Initial Brain MRI
A 7-year-old patient with history of neuroblastoma 5 years prior, who remained disease free for 3 years, presented with headache and seizures. Head CT (Computed Tomography) and MRI (Magnetic Resonance Imaging) were performed due to suspicion of recurrence with CNS (Central Nervous System) affection.
Initial brain MRI showed multiple cyst-like spaces within the white matter of both brain and cerebellum. There was also leptomeningeal enhancement both at the basal cisterns and subarachnoid space. Antituberculosis therapy was started as CSF (Cerebro Spinal Fluid) protein count was high while glucose was normal. Specific tests for TB (Tuberculosis) were negative.
The seizures persisted and the patient was sent for a follow-up CT 3 months later that showed enlargement of the previously identified lesions as well as hydrocephalus. A VP-shunt (Ventriculoperitoneal shunt) was placed.
A follow-up brain MRI 6 months later demonstrated worsening of the imaging features, adding to them brain atrophy. A brain biopsy was obtained. The patient died 1 month later.
Diffuse leptomeningeal glioneuronal tumour is a relatively new entity described in the 2016 World Health Organization classification of brain tumours . It affects almost exclusively children, although cases in adults have been described .
The course of the disease is indolent tumour due to a low proliferation rate; however, up to 63% of patients die within 9 months after diagnosis . Diagnosis may be delayed, as symptoms are non-specific, particularly those derived from hydrocephalus, and CSF analysis shows high protein count with normal glucose, features compatible with meningeal tuberculosis .
Imaging features include diffuse intracranial nodular leptomeningeal thickening, diffuse intraspinal nodular leptomeningeal thickening, and intramedullary spinal cord mass, cystic enlargement of Virchow-Robin spaces, and hydrocephalus .
No treatment consensus has been established, although radiation therapy and multiple chemotherapeutic regimens can reach some stabilization of the disease when started early .
Our patient´s case was misdiagnosed as tuberculous meningitis because he had been in contact with relatives who had tuberculosis as well as the result of the spinal fluid analysis. This was also the reason why metastasic diseas was ruled out and led to the delay in the diagnosis for 6 months, until a biopsy was obtained. No spinal imaging was obtained because he was believed to have meningitis.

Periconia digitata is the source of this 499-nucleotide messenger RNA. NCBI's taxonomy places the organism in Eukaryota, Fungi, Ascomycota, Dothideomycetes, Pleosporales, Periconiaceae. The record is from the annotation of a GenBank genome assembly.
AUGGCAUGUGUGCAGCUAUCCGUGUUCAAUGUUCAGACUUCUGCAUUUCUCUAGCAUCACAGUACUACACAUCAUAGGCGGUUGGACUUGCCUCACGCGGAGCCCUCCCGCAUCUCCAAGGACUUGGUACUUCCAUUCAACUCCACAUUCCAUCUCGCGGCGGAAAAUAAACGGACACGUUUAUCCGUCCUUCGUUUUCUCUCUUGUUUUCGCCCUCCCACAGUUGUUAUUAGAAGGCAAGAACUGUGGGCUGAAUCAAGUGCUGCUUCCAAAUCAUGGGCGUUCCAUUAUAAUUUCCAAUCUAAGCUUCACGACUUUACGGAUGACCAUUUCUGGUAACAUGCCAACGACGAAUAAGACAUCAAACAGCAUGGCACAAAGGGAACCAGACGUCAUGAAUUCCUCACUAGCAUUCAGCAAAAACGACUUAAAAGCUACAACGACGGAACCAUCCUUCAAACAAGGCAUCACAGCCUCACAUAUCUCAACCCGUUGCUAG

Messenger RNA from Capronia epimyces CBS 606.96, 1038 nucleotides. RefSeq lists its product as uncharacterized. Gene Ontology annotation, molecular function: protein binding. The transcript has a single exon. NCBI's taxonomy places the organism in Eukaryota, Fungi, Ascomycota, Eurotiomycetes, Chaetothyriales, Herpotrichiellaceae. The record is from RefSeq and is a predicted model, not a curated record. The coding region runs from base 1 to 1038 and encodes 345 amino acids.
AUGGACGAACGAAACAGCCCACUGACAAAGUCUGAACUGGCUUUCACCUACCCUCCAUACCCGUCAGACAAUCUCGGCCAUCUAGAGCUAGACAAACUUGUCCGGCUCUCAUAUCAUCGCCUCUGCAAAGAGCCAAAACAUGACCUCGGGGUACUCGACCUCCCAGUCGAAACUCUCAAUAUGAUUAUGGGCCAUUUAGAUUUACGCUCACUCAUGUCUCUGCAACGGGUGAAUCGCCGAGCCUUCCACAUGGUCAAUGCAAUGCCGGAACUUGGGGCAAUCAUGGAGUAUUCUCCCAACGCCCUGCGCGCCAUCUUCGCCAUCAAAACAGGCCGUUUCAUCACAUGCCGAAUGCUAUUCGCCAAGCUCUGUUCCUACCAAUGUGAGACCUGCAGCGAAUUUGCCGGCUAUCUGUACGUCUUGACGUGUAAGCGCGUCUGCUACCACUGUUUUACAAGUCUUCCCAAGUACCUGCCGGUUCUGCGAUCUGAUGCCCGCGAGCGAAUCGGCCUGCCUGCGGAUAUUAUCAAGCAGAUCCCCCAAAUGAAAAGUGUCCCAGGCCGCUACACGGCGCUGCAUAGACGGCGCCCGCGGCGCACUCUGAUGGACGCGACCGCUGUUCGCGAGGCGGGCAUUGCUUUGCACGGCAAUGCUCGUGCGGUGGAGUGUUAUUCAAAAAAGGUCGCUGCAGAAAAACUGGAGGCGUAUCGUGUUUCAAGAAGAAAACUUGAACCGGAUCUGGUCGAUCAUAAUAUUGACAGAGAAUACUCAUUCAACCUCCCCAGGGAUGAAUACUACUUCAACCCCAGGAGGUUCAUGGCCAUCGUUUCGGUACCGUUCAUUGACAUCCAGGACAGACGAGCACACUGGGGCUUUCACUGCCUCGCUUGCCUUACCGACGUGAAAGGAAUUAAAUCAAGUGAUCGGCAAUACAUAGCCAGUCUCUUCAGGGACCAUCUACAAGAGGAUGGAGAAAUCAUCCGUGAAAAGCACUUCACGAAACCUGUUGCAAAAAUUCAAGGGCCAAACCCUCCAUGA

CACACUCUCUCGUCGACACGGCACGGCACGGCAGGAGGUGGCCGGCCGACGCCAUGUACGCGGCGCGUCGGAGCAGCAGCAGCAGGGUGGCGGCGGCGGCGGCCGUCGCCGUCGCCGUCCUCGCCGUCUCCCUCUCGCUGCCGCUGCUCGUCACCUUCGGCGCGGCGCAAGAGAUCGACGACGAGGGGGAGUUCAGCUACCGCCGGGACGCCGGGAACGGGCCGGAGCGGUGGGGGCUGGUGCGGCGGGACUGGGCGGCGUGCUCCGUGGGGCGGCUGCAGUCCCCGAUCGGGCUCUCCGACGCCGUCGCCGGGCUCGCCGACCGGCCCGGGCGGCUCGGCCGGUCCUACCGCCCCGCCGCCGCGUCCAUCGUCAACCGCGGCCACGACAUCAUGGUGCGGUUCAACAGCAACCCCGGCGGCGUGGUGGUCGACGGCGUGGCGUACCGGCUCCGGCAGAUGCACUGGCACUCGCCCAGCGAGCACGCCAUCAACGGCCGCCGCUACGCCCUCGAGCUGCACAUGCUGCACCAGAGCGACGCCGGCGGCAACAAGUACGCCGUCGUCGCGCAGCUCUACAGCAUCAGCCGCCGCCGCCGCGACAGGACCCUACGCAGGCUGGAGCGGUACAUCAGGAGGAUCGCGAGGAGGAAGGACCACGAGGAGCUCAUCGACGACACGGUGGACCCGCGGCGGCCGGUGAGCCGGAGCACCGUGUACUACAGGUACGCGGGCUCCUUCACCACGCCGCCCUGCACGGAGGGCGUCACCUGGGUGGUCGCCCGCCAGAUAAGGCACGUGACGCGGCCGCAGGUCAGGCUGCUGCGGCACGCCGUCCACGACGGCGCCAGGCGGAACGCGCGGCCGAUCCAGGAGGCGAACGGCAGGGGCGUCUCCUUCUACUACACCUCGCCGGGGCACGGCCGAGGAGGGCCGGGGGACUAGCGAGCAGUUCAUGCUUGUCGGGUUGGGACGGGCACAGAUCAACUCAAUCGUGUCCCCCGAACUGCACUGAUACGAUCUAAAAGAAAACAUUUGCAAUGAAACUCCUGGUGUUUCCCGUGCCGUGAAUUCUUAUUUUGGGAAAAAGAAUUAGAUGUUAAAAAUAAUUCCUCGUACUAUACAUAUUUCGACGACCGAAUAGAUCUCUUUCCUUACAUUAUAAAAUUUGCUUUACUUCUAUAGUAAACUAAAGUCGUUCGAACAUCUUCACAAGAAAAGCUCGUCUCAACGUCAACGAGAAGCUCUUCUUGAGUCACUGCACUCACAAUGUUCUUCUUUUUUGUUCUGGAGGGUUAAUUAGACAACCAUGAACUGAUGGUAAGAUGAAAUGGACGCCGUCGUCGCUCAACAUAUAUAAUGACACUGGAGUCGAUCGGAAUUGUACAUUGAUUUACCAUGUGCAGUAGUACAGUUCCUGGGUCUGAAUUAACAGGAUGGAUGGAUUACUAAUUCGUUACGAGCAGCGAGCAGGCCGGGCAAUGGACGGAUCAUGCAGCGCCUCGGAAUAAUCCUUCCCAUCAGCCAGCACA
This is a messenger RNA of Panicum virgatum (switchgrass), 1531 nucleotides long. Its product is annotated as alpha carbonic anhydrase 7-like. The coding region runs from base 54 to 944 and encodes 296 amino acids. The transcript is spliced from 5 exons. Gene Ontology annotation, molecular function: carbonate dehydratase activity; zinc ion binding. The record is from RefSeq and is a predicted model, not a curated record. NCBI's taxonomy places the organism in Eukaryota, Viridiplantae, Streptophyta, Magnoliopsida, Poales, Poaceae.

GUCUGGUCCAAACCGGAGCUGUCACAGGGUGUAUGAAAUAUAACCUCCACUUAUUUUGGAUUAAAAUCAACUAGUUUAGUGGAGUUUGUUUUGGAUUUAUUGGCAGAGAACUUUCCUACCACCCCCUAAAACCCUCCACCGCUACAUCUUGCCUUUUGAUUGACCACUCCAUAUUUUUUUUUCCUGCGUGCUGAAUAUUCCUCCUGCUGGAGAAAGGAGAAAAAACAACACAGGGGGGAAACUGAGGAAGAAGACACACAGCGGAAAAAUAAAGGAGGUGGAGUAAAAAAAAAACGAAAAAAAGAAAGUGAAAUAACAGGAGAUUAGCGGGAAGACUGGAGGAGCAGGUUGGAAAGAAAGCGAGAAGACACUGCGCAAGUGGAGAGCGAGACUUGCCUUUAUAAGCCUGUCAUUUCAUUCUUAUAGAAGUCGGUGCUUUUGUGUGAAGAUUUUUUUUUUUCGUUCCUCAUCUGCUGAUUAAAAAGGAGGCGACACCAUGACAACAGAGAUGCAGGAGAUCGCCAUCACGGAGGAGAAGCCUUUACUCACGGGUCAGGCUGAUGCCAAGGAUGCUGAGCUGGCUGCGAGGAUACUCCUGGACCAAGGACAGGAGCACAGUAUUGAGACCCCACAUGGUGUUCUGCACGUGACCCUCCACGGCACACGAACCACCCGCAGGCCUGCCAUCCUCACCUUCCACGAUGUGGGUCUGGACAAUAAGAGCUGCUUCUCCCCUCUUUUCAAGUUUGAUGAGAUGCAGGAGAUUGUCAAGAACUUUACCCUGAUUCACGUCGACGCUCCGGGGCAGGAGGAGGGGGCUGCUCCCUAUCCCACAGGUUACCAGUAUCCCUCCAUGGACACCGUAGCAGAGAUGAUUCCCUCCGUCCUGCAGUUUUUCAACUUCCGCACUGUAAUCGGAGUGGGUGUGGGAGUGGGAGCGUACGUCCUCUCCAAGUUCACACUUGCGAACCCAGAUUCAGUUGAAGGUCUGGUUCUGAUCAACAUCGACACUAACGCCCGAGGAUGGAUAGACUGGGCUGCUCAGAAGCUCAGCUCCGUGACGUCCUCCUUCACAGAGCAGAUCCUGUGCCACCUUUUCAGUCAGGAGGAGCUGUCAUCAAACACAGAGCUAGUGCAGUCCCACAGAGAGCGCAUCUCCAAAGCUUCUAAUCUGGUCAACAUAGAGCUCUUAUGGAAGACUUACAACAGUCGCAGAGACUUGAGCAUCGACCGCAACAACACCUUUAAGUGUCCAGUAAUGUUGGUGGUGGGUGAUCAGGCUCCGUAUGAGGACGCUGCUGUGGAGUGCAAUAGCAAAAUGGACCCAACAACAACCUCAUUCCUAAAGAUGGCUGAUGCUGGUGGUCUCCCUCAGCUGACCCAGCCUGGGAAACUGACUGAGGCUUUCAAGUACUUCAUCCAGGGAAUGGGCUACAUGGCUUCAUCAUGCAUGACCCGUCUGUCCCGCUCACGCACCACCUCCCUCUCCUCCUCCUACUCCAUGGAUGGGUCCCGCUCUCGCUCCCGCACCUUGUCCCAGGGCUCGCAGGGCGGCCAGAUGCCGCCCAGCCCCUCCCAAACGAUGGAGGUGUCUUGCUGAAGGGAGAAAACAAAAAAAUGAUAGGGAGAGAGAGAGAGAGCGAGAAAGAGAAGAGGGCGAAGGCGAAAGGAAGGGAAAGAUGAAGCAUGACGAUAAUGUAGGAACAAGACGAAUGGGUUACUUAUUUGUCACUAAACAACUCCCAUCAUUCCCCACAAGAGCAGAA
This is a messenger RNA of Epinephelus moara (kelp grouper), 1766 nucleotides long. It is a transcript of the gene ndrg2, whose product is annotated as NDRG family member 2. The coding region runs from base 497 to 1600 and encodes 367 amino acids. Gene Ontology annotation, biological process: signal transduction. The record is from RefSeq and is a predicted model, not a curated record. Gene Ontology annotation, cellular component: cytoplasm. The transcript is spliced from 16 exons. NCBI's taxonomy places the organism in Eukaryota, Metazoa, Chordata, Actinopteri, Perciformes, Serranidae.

Radiologists must know this entity and its imaging features as the differential diagnosis may be challenging particularly in tuberculosis endemic areas. Its early identification and treatment are key for the patient´s survival.
Written informed patient consent for publication has been obtained.
 Louis DN, Perry A, Reifenberger G, Von Deimling A, Figarella-Branger D, Cavenee WK, et al. The 2016 World Health Organization classification of tumors of the central nervous system: a summary. Acta Neuropathol. (2016) 131:803–20
 Kumar M, Mukta B, Kusum M, Arpita M, Mohit J. Diffuse Leptomeningeal Glioneuronal Tumor in an Adult : A Diagnostic Challenge. Indian J Neurosurg. 2022;00(0):4–7
 Cho HJ, Myung JK, Kim H, Park CK, Kim SK, Chung CK, et al. Primary diffuse leptomeningeal glioneuronal tumors. Brain Tumor Pathol. (2015) 32:49–55..
 Teh YG, Azizan N, Atifah N, Naim M, Ng CY. Case Report : Unusual High-Grade Diffuse Leptomeningeal Glioneuronal Tumor Mimicking Tuberculous Meningitis in a Child From an Endemic Region. Front Pediatr. 2021;9(December):1–6.
 Lakhani DA, Mankad K, Chhabda S, et al. Diffuse Leptomeningeal Glioneuronal Tumor of Childhood. AJNR Am J Neuroradiol. 2020;41(11):2155-2159.
 Abongwa C, Cotter J, Tamrazi B, Dhall G, Margol A, Abongwa C, et al. Primary diffuse leptomeningeal glioneuronal tumors of the central nervous system : Report of three cases and review of literature. Pediatr Hematol Oncol [Internet]. 2020;0(0):1–11
This work is licensed under a Creative Commons Attribution-NonCommercial-ShareAlike 4.0 International License.